Our exploration into the Alaskan film tundra continues with a chat with the one-and-only Ted Danson. In Big Miracle, Danson plays a hardened oil executive who changes his attitude after seeing first-hand the struggles of three Alaskan whales. But then again, this story can melt the coldest of hearts.
Tell us about your character.
Ted Danson: He’s based on a real person, but very, very loosely based. What I love about this film is that everybody has self-interest. My character is an oil exec and wants to be able to open up. He’s the “green” oil company. But he spends $14 million and ends up falling in love with the whales, and yet at the end he’s still an oil guy. But I think he surprises himself by how much he ends up caring about the whales.
What research did you do for the role?
TD: Very little. No truthfully, because it wasn’t built on a real guy. I’ve gotten to the point where if you have to learn how to do something like cutting something down with the chainsaw, then you need to practice, but if you don’t have to do that and the material is good, your job is really to show up in the moment. If you’re not spontaneously discovering stuff as the camera roles, who cares? That’s my new philosophy in life.
What drew you to the role?
I love the piece. I thought it was brilliant. It’s hard to do a sweet, environmentally friendly piece without making people gag. But here is something where everybody’s out doing their thing, and yet somehow all of these strange bedfellows come together and do the right thing and save the whales. It’s very compellingly told, and it’s very fast-paced. There are about 12 characters who all have their own stories that make people like Dermot Mulroney want to show up even though the parts aren’t huge. Everybody wanted to play because it’s such a great story.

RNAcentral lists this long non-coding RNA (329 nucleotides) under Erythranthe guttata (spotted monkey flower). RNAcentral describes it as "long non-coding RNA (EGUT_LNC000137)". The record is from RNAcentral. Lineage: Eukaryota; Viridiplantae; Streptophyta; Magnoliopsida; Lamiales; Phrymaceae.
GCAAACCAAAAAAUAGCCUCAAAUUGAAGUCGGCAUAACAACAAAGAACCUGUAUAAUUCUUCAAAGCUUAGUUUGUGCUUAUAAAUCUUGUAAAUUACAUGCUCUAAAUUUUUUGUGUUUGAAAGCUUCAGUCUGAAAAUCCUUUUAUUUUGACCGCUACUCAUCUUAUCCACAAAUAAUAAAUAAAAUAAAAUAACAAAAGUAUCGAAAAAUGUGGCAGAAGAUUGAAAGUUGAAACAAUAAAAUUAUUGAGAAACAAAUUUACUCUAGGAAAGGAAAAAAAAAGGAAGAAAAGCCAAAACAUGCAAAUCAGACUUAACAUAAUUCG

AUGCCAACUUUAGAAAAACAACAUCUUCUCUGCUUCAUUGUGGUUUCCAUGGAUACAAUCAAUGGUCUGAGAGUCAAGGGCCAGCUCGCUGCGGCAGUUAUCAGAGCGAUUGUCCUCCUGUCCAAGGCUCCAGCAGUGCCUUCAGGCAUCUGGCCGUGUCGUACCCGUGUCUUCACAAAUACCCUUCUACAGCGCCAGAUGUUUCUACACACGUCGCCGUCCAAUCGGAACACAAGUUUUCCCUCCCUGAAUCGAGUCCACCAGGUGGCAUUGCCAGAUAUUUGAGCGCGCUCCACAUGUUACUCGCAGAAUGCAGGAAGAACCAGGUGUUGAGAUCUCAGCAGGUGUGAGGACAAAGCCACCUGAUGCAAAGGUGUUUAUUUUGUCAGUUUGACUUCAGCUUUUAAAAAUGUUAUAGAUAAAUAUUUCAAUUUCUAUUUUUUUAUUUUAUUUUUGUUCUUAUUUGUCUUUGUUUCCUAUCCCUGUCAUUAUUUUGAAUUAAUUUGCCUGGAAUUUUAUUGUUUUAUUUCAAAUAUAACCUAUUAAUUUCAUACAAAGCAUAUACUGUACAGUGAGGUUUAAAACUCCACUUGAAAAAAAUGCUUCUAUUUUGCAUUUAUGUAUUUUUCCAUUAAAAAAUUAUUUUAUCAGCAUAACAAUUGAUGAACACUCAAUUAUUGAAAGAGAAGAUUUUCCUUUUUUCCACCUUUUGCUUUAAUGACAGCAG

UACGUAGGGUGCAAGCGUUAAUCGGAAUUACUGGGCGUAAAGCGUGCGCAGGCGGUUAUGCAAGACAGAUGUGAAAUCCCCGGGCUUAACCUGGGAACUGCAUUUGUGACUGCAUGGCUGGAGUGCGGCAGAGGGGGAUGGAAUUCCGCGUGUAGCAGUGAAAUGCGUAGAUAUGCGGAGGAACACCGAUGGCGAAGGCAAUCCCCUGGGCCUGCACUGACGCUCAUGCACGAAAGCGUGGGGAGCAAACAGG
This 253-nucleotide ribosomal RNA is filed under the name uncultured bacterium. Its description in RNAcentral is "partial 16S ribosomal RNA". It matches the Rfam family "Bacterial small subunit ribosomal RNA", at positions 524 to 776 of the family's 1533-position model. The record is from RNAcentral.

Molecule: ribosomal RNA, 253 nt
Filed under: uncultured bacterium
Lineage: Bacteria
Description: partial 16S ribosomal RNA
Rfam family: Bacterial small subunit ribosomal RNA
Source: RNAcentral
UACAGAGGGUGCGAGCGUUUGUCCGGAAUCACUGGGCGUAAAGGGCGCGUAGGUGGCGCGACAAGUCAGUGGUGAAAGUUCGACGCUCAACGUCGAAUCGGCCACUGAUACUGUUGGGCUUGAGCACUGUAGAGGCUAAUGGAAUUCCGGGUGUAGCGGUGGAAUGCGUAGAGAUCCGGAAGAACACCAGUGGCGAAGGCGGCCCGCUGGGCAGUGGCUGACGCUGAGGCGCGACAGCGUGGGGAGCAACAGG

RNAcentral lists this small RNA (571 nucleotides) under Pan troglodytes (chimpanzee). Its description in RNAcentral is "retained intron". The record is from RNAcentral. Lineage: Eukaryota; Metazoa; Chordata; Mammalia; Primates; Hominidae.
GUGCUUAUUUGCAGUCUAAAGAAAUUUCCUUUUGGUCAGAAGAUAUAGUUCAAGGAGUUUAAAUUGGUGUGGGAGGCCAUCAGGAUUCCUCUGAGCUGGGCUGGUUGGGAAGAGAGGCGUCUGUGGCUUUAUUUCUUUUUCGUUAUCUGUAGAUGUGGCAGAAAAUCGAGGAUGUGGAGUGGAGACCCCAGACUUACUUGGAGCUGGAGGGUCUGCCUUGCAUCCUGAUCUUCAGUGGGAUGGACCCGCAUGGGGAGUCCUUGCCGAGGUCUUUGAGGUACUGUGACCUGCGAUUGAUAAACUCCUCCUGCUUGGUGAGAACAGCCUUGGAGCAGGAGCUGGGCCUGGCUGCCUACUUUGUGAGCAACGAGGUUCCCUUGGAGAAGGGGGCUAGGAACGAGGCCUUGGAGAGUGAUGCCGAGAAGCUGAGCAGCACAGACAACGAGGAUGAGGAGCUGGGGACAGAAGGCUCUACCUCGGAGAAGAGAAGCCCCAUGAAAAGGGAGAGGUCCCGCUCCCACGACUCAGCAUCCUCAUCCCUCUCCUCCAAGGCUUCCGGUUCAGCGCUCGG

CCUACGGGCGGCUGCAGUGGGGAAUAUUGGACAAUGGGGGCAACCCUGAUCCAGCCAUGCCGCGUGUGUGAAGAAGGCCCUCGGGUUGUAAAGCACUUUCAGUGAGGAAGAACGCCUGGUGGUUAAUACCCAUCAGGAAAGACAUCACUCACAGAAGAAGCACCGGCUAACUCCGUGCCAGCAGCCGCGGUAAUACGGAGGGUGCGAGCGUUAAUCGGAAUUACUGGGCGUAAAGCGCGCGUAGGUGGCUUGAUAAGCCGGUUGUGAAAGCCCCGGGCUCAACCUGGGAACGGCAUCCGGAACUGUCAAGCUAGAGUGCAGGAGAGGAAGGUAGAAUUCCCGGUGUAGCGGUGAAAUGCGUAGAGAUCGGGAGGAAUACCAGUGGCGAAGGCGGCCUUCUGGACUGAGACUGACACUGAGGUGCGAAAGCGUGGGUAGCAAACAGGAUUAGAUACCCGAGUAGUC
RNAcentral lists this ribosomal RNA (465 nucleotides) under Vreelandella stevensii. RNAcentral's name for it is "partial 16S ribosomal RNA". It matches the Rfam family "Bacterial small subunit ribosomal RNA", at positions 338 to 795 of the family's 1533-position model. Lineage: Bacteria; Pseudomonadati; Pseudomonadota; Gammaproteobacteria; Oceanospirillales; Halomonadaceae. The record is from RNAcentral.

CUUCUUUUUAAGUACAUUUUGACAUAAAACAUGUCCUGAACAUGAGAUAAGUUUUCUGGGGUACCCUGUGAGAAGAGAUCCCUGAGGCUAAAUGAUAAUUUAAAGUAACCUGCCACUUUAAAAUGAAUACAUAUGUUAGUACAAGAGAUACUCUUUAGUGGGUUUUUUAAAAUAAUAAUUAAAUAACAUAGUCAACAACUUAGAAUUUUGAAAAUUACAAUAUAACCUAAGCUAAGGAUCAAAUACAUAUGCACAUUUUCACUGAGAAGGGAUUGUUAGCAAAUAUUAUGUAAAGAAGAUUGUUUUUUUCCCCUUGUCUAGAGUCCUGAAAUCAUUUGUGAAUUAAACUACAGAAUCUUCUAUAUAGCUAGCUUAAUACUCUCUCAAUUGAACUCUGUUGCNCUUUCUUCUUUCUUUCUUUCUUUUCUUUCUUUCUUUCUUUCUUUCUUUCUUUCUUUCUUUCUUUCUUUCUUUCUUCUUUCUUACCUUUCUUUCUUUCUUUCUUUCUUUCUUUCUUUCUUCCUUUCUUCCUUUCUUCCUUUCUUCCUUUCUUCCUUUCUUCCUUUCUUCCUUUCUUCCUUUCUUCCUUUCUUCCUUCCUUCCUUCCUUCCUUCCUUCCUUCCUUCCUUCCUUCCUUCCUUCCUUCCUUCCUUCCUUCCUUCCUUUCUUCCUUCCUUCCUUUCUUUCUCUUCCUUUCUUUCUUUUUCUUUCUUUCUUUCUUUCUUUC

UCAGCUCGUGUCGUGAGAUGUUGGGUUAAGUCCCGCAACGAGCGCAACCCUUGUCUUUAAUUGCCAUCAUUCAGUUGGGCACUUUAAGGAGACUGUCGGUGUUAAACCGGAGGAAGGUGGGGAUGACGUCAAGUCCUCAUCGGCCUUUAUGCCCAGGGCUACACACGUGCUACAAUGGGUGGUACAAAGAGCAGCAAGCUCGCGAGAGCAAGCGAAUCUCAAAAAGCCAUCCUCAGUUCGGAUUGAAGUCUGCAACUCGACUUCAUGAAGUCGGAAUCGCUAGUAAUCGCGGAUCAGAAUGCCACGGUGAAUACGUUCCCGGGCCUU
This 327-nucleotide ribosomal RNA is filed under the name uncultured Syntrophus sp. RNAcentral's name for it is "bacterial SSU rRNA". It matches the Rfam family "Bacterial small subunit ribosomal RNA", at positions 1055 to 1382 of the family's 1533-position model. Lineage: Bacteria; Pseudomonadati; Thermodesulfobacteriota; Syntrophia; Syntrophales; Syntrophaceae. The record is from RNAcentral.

Were there any obstacles you encountered with the big production?
TD: Not really. I mean, it’s cold. You feel like a four-year-old being bundled up mom every day before you go out in the snow. It’s awkward to walk around with all this equipment. But for the director and for the crew, there are really huge challenges -- to turn this little slice of set into Barrow. You feel like you’re in the middle of this vast nowhere like you do when you’re up in Barrow. The only thing perhaps we haven’t captured is how cold it is. Sometimes Ken would say, “Remember it’s cold.” And we’d go, “Brr!” But when I went up there (to Barrow) and it was eight below? Man! You almost involuntarily scream it is so cold.
But I cannot sing Ken Kwapis’ praises enough. He knows exactly what he wants and yet he lets you explore. No one’s ever seen him get angry, literally, even when things fall apart. He’s this really cool, efficient, bright, mellow leader. There are people who have worked with him over the years who would go anywhere to work with him and I’ve become one of those people.
Big Miracle opens on February 3, 2012.
Additional Reporting by Keertana Sastry